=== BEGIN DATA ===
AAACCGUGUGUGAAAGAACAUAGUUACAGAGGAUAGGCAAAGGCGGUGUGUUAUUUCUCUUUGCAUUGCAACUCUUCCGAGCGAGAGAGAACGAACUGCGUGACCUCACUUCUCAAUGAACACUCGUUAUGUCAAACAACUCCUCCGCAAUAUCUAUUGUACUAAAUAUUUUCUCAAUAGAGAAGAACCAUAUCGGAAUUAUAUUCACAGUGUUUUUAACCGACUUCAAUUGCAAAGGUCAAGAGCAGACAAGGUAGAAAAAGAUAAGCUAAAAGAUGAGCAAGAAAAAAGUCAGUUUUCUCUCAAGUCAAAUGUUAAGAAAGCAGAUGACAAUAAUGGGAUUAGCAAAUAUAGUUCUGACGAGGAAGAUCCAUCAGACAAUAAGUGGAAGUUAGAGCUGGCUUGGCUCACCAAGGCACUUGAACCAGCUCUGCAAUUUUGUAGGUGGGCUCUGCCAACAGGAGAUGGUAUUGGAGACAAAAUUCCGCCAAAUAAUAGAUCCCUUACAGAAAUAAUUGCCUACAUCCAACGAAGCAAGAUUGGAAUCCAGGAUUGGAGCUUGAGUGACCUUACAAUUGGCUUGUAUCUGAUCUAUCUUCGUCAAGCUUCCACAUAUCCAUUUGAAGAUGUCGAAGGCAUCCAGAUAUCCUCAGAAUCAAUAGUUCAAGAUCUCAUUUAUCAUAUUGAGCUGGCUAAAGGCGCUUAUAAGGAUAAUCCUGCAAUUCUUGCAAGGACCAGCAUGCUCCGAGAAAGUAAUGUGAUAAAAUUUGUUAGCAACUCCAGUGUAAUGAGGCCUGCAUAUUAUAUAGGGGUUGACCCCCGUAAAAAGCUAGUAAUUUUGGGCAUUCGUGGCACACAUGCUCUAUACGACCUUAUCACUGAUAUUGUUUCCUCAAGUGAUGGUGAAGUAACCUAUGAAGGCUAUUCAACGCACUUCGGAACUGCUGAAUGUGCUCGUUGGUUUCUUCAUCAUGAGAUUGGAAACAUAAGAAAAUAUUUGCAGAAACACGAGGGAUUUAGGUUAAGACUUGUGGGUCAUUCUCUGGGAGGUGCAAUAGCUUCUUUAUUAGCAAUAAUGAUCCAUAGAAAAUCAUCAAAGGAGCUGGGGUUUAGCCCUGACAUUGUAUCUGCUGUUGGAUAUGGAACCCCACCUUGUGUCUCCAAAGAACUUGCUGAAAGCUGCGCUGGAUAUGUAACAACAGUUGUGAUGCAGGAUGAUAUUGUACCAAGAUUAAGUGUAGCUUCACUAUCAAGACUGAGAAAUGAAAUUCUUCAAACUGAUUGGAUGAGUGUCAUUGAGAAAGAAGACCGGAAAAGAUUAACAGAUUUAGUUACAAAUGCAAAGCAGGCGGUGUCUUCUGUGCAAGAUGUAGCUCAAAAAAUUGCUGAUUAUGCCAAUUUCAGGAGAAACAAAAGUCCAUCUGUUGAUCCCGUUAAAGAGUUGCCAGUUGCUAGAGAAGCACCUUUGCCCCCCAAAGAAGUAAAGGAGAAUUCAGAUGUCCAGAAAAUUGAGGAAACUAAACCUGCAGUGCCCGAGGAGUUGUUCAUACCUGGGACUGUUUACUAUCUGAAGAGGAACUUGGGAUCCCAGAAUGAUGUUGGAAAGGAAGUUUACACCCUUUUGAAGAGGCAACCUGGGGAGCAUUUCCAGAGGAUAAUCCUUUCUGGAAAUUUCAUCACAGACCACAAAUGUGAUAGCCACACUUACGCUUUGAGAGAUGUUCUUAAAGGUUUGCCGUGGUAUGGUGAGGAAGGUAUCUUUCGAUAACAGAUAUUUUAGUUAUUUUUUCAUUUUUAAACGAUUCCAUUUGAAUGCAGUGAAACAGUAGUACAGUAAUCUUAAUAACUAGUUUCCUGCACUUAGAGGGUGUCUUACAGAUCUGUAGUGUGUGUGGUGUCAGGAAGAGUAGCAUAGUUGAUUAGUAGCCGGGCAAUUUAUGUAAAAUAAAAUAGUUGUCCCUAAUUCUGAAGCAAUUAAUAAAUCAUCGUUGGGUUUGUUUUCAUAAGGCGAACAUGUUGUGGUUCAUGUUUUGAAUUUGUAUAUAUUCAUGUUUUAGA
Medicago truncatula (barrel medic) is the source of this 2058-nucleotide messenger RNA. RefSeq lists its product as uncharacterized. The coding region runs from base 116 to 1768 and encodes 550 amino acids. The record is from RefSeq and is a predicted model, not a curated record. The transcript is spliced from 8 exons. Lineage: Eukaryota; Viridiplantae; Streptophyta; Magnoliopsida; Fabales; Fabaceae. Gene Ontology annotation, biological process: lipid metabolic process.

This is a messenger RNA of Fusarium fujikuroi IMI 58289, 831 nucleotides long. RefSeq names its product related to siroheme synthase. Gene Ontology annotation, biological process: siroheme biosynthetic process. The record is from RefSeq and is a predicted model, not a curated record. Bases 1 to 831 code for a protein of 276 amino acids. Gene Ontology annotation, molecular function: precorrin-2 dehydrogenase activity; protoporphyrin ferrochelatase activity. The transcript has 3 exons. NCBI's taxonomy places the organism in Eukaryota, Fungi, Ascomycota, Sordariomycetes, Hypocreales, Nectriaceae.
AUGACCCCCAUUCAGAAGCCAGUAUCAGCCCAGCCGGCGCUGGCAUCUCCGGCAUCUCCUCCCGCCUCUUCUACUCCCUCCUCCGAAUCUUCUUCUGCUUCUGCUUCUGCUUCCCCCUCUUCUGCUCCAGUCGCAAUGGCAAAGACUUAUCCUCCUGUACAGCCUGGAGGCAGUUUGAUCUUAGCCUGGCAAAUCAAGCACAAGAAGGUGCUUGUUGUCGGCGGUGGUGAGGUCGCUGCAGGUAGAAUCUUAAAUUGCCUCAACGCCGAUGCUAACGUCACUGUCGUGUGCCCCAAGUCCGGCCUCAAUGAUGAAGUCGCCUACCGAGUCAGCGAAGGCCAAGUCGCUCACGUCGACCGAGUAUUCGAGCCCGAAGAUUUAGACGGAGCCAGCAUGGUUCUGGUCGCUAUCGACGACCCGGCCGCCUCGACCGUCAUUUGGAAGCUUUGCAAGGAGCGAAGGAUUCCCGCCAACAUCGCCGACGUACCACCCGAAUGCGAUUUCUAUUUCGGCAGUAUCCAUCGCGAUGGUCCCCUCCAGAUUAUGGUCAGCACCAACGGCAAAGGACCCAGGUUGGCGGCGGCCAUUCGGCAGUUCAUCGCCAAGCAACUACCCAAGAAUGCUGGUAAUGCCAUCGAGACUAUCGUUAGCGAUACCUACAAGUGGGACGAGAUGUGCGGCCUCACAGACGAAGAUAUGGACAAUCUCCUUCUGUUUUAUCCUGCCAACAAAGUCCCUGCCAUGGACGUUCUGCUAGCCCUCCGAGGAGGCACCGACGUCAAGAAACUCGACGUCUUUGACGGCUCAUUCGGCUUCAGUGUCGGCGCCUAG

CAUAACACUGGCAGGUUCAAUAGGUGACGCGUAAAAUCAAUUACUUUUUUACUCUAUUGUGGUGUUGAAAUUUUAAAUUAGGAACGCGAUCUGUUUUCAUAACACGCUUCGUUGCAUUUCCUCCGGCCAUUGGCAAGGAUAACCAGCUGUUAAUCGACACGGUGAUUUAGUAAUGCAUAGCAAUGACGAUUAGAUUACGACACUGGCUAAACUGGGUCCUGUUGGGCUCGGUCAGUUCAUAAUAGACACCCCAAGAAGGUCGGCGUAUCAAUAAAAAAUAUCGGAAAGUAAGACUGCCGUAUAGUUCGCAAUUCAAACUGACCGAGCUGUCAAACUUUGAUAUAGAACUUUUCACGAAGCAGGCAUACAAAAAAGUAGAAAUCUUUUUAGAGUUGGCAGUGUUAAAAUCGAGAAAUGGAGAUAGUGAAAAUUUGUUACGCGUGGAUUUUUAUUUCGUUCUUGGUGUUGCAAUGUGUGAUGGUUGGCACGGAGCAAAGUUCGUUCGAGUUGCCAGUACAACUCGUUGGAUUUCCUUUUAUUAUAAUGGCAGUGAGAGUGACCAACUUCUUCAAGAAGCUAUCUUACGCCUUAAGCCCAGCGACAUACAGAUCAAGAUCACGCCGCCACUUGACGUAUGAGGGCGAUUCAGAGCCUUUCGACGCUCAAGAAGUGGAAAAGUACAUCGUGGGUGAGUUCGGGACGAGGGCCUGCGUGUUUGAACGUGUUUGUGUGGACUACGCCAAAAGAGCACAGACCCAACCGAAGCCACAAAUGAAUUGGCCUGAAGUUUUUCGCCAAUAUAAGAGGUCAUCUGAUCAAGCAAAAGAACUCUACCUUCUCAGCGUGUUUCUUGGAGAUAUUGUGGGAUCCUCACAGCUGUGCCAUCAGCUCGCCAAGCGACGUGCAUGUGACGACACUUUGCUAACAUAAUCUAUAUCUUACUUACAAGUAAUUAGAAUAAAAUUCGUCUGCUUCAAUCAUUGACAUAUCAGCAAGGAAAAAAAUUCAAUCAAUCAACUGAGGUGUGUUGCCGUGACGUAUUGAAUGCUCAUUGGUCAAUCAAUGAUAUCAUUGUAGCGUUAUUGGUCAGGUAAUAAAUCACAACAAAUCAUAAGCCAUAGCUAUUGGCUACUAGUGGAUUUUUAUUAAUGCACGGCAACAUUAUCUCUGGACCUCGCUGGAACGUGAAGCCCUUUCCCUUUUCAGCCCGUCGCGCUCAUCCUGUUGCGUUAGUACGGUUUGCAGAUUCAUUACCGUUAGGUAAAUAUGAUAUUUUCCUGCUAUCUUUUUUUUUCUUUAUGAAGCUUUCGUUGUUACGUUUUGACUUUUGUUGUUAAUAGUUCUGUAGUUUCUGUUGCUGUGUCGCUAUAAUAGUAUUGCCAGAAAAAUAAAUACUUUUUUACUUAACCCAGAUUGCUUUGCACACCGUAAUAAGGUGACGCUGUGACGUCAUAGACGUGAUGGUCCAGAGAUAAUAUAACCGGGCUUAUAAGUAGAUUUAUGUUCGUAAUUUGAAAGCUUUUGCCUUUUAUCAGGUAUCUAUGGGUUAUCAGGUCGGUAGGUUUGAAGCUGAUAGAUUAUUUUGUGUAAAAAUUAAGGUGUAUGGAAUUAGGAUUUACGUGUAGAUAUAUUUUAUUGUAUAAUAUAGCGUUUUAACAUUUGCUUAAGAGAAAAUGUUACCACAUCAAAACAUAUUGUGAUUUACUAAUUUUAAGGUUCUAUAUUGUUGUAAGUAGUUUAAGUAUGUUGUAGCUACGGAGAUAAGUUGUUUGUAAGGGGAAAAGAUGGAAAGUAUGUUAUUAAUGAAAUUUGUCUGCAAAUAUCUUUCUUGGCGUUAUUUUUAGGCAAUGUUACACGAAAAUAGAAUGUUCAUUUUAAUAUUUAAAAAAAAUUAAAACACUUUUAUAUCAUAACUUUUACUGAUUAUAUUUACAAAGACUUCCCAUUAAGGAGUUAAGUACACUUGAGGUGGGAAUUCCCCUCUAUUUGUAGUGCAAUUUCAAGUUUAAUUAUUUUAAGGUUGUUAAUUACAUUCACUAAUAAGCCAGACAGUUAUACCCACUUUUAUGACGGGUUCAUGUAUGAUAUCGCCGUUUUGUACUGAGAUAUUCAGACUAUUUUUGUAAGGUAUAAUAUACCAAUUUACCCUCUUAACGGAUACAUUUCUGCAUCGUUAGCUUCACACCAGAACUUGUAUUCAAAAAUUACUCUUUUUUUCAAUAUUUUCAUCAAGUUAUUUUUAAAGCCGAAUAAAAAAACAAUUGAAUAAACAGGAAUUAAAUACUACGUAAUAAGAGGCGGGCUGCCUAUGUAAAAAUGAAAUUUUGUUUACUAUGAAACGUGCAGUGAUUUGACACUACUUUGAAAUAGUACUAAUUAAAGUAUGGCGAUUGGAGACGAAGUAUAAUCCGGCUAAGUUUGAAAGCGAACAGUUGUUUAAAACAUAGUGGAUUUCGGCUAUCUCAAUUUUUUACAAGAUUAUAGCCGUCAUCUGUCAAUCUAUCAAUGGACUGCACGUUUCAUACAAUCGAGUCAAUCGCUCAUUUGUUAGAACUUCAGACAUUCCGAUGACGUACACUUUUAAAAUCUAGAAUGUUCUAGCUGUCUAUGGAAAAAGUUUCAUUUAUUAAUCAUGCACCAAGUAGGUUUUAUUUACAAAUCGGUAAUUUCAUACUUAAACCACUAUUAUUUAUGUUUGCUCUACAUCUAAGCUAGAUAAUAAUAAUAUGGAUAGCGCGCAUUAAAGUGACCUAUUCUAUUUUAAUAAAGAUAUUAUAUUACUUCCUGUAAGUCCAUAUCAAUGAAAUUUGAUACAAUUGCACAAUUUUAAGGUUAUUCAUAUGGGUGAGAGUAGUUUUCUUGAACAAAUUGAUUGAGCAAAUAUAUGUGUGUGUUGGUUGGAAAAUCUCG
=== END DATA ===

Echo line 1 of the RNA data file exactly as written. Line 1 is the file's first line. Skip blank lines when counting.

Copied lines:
AAACCGUGUGUGAAAGAACAUAGUUACAGAGGAUAGGCAAAGGCGGUGUGUUAUUUCUCUUUGCAUUGCAACUCUUCCGAGCGAGAGAGAACGAACUGCGUGACCUCACUUCUCAAUGAACACUCGUUAUGUCAAACAACUCCUCCGCAAUAUCUAUUGUACUAAAUAUUUUCUCAAUAGAGAAGAACCAUAUCGGAAUUAUAUUCACAGUGUUUUUAACCGACUUCAAUUGCAAAGGUCAAGAGCAGACAAGGUAGAAAAAGAUAAGCUAAAAGAUGAGCAAGAAAAAAGUCAGUUUUCUCUCAAGUCAAAUGUUAAGAAAGCAGAUGACAAUAAUGGGAUUAGCAAAUAUAGUUCUGACGAGGAAGAUCCAUCAGACAAUAAGUGGAAGUUAGAGCUGGCUUGGCUCACCAAGGCACUUGAACCAGCUCUGCAAUUUUGUAGGUGGGCUCUGCCAACAGGAGAUGGUAUUGGAGACAAAAUUCCGCCAAAUAAUAGAUCCCUUACAGAAAUAAUUGCCUACAUCCAACGAAGCAAGAUUGGAAUCCAGGAUUGGAGCUUGAGUGACCUUACAAUUGGCUUGUAUCUGAUCUAUCUUCGUCAAGCUUCCACAUAUCCAUUUGAAGAUGUCGAAGGCAUCCAGAUAUCCUCAGAAUCAAUAGUUCAAGAUCUCAUUUAUCAUAUUGAGCUGGCUAAAGGCGCUUAUAAGGAUAAUCCUGCAAUUCUUGCAAGGACCAGCAUGCUCCGAGAAAGUAAUGUGAUAAAAUUUGUUAGCAACUCCAGUGUAAUGAGGCCUGCAUAUUAUAUAGGGGUUGACCCCCGUAAAAAGCUAGUAAUUUUGGGCAUUCGUGGCACACAUGCUCUAUACGACCUUAUCACUGAUAUUGUUUCCUCAAGUGAUGGUGAAGUAACCUAUGAAGGCUAUUCAACGCACUUCGGAACUGCUGAAUGUGCUCGUUGGUUUCUUCAUCAUGAGAUUGGAAACAUAAGAAAAUAUUUGCAGAAACACGAGGGAUUUAGGUUAAGACUUGUGGGUCAUUCUCUGGGAGGUGCAAUAGCUUCUUUAUUAGCAAUAAUGAUCCAUAGAAAAUCAUCAAAGGAGCUGGGGUUUAGCCCUGACAUUGUAUCUGCUGUUGGAUAUGGAACCCCACCUUGUGUCUCCAAAGAACUUGCUGAAAGCUGCGCUGGAUAUGUAACAACAGUUGUGAUGCAGGAUGAUAUUGUACCAAGAUUAAGUGUAGCUUCACUAUCAAGACUGAGAAAUGAAAUUCUUCAAACUGAUUGGAUGAGUGUCAUUGAGAAAGAAGACCGGAAAAGAUUAACAGAUUUAGUUACAAAUGCAAAGCAGGCGGUGUCUUCUGUGCAAGAUGUAGCUCAAAAAAUUGCUGAUUAUGCCAAUUUCAGGAGAAACAAAAGUCCAUCUGUUGAUCCCGUUAAAGAGUUGCCAGUUGCUAGAGAAGCACCUUUGCCCCCCAAAGAAGUAAAGGAGAAUUCAGAUGUCCAGAAAAUUGAGGAAACUAAACCUGCAGUGCCCGAGGAGUUGUUCAUACCUGGGACUGUUUACUAUCUGAAGAGGAACUUGGGAUCCCAGAAUGAUGUUGGAAAGGAAGUUUACACCCUUUUGAAGAGGCAACCUGGGGAGCAUUUCCAGAGGAUAAUCCUUUCUGGAAAUUUCAUCACAGACCACAAAUGUGAUAGCCACACUUACGCUUUGAGAGAUGUUCUUAAAGGUUUGCCGUGGUAUGGUGAGGAAGGUAUCUUUCGAUAACAGAUAUUUUAGUUAUUUUUUCAUUUUUAAACGAUUCCAUUUGAAUGCAGUGAAACAGUAGUACAGUAAUCUUAAUAACUAGUUUCCUGCACUUAGAGGGUGUCUUACAGAUCUGUAGUGUGUGUGGUGUCAGGAAGAGUAGCAUAGUUGAUUAGUAGCCGGGCAAUUUAUGUAAAAUAAAAUAGUUGUCCCUAAUUCUGAAGCAAUUAAUAAAUCAUCGUUGGGUUUGUUUUCAUAAGGCGAACAUGUUGUGGUUCAUGUUUUGAAUUUGUAUAUAUUCAUGUUUUAGA